Challenges of Adopting Web 2.0 and Mobile 2.0 for Language Learning

Challenges of Adopting Web 2.0 and Mobile 2.0 for Language Learning

Su-Ling Hsueh (Defense Language Institute, USA)
DOI: 10.4018/978-1-60960-141-6.ch005
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Abstract

Podcasts, blogs, and wikis are the best-liked Web 2.0 services used by language teachers for homework assignments or special projects. Although these services sound promising, the potential challenges to their use should not be overlooked. This chapter discusses challenges, including economic aspects, technical support and training, pedagogy and teachers’ roles, and feedback and evaluation. Suggestions are also provided to resolve the concerns. Detailed introductions of podcasts, wikis, blogs, Web 2.0, and Mobile 2.0 are presented, along with analysis of geographic users’ learning styles and characteristics. Mobile technology to assist language learning is also explored.
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Introduction

Web 2.0 (i.e. Facebook®, YouTube®, Twitter®, etc.) has become a universal phenomenon and is eclipsing the one-way (regular) information distribution website. Web 2.0 allows “users to connect with one another” (“Web 3.0 and beyond,” 2007, para. 10). Its two-way interaction and participation capabilities make Web 2.0 ideal for language teaching and learning in the classroom and beyond. According to Jon Stewart, Nielsen's research director for technology and research, the fastest-growing activities on the World Wide Web are social networking, news checking, and searching (Stewart, 2009). Interactive features, versatile web applications, easily created web pages, and constant improvement have made Web 2.0 into a vital part of Web society. Among all Web 2.0 services, podcasts, blogs, and wikis are the most popular learning and instruction tools.

Another recent phenomenon is the rise of handheld devices. Mobile devices and smartphones are in use around the world, especially in Asian countries. Smartphones, which are mobile phones with operating systems, afford both computer-like features and versatile functionalities (e.g., emails, internet, etc.). They are mini-computers that can be easily carried in a pocket. Smartphone users can access a variety of applications and can network anywhere, anytime. The new term, Mobile 2.0, has been created to represent “Web 2.0 on mobile handsets” (Wang & Heffernan, 2009, p. 472). Mobile 2.0 enables mobile learning through Web 2.0 social networking, interaction, and collaboration in mobile devices. Pieri and Diamantini (2009) defined mobile learning as “a modality of distribution of any learning content with portable devices such as the personal digital assistant (PDA), tablet PC, e-book, and mobile phones” (p. 184). Mobile learning, both formal and informal, has experienced swift growth.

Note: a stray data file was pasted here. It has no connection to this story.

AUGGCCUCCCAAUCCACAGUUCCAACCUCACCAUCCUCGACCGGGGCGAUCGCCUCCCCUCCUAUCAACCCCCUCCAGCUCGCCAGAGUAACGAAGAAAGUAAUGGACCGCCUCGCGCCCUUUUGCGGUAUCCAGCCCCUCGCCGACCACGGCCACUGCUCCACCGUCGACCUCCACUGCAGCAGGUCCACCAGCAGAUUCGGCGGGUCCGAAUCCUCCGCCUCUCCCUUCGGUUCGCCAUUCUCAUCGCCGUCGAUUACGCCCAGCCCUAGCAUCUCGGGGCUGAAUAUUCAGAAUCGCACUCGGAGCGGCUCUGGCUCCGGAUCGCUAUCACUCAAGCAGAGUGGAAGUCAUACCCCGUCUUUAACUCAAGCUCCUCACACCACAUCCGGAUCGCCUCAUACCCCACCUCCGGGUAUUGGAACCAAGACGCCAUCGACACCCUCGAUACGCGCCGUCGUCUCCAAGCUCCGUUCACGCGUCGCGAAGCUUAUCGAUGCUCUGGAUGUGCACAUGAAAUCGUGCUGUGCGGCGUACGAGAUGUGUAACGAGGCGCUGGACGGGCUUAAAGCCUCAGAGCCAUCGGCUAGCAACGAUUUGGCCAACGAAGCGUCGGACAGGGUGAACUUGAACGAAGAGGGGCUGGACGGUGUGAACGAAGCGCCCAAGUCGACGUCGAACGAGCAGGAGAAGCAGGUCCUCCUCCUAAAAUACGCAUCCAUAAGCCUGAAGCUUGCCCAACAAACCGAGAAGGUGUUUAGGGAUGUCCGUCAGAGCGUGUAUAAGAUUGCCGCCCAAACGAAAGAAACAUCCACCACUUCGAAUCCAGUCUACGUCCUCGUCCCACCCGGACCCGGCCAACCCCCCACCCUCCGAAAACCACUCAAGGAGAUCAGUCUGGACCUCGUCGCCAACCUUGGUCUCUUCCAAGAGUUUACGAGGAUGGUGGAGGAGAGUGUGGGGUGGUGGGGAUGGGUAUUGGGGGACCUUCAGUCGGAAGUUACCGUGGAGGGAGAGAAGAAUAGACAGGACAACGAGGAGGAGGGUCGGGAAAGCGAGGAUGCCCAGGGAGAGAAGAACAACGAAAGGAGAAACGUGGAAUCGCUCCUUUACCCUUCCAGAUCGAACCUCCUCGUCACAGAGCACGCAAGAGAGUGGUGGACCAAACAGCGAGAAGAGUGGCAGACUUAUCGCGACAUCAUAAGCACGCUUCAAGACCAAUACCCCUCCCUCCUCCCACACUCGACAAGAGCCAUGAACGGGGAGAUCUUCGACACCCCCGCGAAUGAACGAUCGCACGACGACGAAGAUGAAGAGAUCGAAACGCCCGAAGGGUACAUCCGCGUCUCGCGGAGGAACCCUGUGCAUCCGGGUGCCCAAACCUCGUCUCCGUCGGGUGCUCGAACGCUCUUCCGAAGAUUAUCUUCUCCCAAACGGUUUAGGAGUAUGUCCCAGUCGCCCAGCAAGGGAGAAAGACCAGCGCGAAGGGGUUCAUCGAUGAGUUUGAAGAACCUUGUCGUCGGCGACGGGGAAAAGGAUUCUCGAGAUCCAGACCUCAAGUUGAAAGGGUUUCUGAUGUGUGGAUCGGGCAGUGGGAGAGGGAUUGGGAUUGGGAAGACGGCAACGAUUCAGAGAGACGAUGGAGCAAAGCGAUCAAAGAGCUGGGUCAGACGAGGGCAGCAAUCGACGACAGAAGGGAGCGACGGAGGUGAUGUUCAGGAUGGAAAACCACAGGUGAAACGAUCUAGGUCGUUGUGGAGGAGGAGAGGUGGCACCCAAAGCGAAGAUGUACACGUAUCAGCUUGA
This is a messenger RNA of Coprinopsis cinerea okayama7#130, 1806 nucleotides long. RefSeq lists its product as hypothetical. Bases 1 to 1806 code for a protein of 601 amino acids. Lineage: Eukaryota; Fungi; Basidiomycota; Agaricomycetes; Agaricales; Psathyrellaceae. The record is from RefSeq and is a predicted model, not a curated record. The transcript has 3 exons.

Accompanied by 4G or Wireless Broadband Access (i.e. WiMAX) technologies, the newest mobile phone networks allow faster data transmission, thereby affording user access to radio, GPS, camera, TV programs, websites, and email at any time and place. Mobile technology has rapidly progressed, especially in Asian countries such as Japan and China (Wang & Heffernan, 2009). Wang and Heffernan (2009) noted that Mobile 2.0 focuses more on user-led services than PC Web 2.0, which makes m-learning more personal and spontaneous. With the swift development of mobile technology, users may expect to see more user- and learner-friendly devices which will become necessities for daily life and learning. But while mobile technology is spreading widely and academic podcasts can be accessed at any time, are users around the world ready to use mobile devices to assist learning? This chapter discusses user characteristics, pedagogical approaches, mobile technology, and potential future developments. The chapter will

  • provide an in-depth description of podcasts, along with wikis and blogs. Mobile 2.0 will then be discussed, along with introduction of portable and mobile devices (e.g., smartphones, tablet PCs, etc.) which can be utilized for podcasts, blogs, and wikis.

  • analyze geographic users’ characteristics, culture, lifestyles, learning habits, and behaviors, versus the features and functionality of Web 2.0 and Mobile 2.0. An overview of the challenges of integrating learners, instructors, and the cutting-edge tools/web environments will be included.

  • present approaches for overcoming the pedagogical impacts and economic challenges which may arise, despite the promise and popularity of Mobile 2.0.

  • preview the future development of Web 2.0 and Mobile 2.0 technologies to their full potential.

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